Maritime energy transition needs LNG, says German shipping industry
Clean Energy Wire
A maritime energy transition in line with the Paris Climate Agreement is only possible with the help of liquefied natural gas (LNG), says the Maritime LNG Platform in a press release. LNG serves as a necessary bridging technology to a decarbonised shipping sector, as alternative clean drives will not be available in the medium run, says the platform. Over time, the fossil LNG can be substituted by renewable power based synthetic LNG. “LNG or synthetic methane holds the potential to reach all climate and clean air targets with already well-developed technologies,” said Friedrich Wirz, head of the marine engineering working group at the Hamburg University of Technology.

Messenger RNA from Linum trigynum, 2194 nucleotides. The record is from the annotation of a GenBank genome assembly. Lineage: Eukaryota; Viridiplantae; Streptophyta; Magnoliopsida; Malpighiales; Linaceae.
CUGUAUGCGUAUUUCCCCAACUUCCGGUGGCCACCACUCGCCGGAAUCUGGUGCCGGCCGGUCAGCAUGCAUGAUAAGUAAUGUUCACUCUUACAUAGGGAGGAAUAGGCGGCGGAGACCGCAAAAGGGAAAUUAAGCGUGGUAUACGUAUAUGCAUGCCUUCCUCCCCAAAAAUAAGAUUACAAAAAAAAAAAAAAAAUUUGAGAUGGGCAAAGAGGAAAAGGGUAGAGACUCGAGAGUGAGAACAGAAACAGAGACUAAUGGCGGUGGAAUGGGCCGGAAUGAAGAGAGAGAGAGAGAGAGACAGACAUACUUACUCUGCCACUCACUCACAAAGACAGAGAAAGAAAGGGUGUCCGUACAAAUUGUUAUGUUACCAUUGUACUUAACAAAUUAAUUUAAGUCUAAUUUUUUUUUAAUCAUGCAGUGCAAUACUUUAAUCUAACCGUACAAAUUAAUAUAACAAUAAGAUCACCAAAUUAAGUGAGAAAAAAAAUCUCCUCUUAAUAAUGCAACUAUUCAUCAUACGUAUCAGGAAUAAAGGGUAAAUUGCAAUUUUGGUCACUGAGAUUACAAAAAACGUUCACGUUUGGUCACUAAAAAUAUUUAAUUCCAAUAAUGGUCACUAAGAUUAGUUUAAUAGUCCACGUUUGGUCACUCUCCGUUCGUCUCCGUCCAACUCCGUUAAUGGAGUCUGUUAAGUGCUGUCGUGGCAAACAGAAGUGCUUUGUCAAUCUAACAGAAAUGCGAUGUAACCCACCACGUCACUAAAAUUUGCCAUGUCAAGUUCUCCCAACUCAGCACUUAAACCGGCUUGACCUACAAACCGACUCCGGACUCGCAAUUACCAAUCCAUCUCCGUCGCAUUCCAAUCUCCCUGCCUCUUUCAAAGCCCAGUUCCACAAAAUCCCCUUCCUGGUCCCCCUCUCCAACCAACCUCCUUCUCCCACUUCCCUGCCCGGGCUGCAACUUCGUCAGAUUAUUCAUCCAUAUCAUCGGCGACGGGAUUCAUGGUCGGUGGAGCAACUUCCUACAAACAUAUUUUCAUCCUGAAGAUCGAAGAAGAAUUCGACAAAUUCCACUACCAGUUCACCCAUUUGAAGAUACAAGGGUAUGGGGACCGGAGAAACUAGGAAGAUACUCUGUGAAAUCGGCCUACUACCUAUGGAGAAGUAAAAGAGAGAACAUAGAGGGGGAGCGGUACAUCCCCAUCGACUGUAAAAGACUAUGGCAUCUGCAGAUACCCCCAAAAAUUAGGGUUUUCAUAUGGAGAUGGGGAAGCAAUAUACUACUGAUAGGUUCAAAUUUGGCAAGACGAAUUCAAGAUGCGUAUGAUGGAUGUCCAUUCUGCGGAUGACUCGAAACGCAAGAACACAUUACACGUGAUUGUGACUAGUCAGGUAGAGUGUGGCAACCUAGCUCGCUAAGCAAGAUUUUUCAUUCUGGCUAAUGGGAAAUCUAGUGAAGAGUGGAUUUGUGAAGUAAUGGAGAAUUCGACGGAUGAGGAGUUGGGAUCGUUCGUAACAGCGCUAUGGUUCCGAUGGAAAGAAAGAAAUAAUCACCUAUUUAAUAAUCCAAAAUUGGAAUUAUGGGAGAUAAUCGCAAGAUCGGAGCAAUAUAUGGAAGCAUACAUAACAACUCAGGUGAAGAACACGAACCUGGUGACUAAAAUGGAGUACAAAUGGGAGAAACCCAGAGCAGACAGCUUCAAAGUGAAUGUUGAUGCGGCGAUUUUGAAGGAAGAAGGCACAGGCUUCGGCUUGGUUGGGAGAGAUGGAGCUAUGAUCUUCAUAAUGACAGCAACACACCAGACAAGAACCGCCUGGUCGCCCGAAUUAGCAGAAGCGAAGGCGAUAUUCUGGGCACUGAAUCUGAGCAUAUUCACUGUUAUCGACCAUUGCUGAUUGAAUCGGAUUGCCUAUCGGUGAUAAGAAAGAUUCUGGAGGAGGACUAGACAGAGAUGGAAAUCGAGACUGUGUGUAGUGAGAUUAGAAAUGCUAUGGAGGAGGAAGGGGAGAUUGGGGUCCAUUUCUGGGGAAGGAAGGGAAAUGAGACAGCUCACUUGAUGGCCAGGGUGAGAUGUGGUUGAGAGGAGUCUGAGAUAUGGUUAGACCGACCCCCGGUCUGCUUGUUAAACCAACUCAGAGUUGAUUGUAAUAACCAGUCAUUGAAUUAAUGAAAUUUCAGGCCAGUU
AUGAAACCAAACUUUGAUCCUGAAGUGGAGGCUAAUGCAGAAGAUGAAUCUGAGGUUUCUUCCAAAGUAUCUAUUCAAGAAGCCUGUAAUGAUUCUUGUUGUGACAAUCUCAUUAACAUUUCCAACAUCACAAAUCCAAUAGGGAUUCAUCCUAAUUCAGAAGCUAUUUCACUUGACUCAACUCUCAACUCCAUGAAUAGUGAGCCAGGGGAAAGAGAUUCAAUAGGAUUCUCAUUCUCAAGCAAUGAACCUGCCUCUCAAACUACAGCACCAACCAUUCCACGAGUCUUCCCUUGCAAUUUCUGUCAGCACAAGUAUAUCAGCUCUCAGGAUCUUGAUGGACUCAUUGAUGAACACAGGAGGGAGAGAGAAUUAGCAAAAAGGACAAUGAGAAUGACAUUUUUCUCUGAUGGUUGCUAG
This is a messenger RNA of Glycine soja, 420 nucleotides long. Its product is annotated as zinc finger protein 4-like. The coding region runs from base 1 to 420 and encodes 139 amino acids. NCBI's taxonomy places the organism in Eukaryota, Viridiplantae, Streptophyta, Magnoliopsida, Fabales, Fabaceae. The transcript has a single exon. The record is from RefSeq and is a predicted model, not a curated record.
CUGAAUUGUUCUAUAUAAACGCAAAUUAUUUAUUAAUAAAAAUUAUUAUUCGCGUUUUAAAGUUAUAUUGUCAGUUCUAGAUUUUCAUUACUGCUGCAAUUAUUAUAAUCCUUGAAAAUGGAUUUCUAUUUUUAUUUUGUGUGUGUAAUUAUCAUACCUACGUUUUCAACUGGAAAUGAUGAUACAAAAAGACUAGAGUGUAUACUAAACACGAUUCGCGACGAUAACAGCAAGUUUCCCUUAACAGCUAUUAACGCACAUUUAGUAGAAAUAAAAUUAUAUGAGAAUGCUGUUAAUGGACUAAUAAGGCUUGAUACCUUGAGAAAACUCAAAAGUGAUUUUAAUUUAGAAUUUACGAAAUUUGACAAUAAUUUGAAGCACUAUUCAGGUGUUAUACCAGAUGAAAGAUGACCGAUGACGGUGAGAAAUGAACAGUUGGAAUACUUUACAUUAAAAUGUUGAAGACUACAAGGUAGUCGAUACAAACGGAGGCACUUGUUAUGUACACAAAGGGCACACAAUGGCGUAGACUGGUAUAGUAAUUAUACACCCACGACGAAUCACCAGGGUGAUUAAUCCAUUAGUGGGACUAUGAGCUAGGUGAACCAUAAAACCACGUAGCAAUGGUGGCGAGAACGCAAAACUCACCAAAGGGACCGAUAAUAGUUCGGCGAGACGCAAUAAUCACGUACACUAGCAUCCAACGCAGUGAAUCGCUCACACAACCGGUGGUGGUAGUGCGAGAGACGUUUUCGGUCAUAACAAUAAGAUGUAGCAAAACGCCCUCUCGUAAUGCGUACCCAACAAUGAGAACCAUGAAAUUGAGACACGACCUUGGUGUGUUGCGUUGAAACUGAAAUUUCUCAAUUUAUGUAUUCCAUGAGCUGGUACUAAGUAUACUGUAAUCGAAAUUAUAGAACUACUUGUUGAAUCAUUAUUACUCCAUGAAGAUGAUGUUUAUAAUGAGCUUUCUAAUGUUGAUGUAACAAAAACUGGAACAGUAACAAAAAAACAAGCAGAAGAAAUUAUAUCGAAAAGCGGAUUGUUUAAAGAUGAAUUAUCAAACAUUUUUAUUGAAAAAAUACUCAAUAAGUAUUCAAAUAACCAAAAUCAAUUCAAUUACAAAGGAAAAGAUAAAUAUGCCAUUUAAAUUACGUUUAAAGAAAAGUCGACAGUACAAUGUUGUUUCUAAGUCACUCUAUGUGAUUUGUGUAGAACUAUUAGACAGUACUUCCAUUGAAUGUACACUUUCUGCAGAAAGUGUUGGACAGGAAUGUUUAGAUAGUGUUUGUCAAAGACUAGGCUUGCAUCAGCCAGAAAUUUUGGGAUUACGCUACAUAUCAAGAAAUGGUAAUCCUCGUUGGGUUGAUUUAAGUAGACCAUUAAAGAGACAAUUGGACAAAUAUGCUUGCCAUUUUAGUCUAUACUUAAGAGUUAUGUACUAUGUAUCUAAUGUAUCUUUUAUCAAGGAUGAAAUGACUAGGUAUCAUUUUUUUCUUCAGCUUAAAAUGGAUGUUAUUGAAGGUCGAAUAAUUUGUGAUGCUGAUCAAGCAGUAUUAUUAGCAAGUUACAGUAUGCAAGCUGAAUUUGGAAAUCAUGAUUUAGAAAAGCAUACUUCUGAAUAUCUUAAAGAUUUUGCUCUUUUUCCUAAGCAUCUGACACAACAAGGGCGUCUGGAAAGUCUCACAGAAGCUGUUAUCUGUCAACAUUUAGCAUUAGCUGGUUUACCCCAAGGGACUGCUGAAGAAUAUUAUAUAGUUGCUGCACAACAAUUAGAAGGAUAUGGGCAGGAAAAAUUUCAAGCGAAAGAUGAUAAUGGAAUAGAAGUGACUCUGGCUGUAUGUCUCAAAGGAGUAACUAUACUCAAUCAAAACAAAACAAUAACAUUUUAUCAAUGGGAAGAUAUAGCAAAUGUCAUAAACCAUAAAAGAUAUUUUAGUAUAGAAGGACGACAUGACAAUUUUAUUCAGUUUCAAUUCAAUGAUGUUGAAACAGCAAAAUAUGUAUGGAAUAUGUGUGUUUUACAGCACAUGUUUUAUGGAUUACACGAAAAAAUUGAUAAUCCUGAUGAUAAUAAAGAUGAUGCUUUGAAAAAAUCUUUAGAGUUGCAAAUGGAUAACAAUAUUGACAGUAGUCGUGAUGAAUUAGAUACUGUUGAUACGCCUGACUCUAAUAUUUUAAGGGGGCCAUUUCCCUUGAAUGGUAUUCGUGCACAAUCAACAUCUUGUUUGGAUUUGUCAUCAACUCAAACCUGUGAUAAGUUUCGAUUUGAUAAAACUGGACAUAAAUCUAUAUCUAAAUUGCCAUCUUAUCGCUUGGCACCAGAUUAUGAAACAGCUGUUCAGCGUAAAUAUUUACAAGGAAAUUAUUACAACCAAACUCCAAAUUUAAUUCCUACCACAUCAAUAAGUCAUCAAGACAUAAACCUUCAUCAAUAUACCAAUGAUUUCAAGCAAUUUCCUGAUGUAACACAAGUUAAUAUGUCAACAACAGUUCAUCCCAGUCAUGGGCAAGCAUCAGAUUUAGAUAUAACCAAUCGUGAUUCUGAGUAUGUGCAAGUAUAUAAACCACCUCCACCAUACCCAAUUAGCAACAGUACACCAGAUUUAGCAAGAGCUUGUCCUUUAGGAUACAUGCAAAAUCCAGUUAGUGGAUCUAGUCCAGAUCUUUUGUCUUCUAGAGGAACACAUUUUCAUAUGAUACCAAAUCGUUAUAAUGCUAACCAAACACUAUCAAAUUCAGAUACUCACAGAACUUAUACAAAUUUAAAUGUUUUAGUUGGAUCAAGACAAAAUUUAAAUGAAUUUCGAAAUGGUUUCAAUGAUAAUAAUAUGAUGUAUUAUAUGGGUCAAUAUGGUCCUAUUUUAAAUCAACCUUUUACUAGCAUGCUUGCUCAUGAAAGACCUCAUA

Maritime transport mainly runs on CO₂-intensive heavy oil, making it a big source of global greenhouse gas emissions. If treated as a country, the global marine transport sector would have ranked 6th in terms of CO2 emissions in 2015, just below Germany, according to the ICCT. Finding solutions to bring down maritime emissions is essential to reach climate goals. Researchers say the best bet for the long-term decarbonisation of freight shipping is to combine electric propulsion with synthetic fuels. A study by the University of Manchester examined a range of alternative fuels already under consideration for shipping. It found that most are compatible with modified internal combustion engines when blended, particularly for larger vessels. Currently, the contenders include ammonia, liquefied natural gas (LNG), methanol and ethanol, liquid hydrogen, biodiesel, straight vegetable oil and bio-LNG. However, experts say that switching to liquefied natural gas is not a sustainable option in terms of lowering CO₂ emissions and could lead to a large number of stranded assets.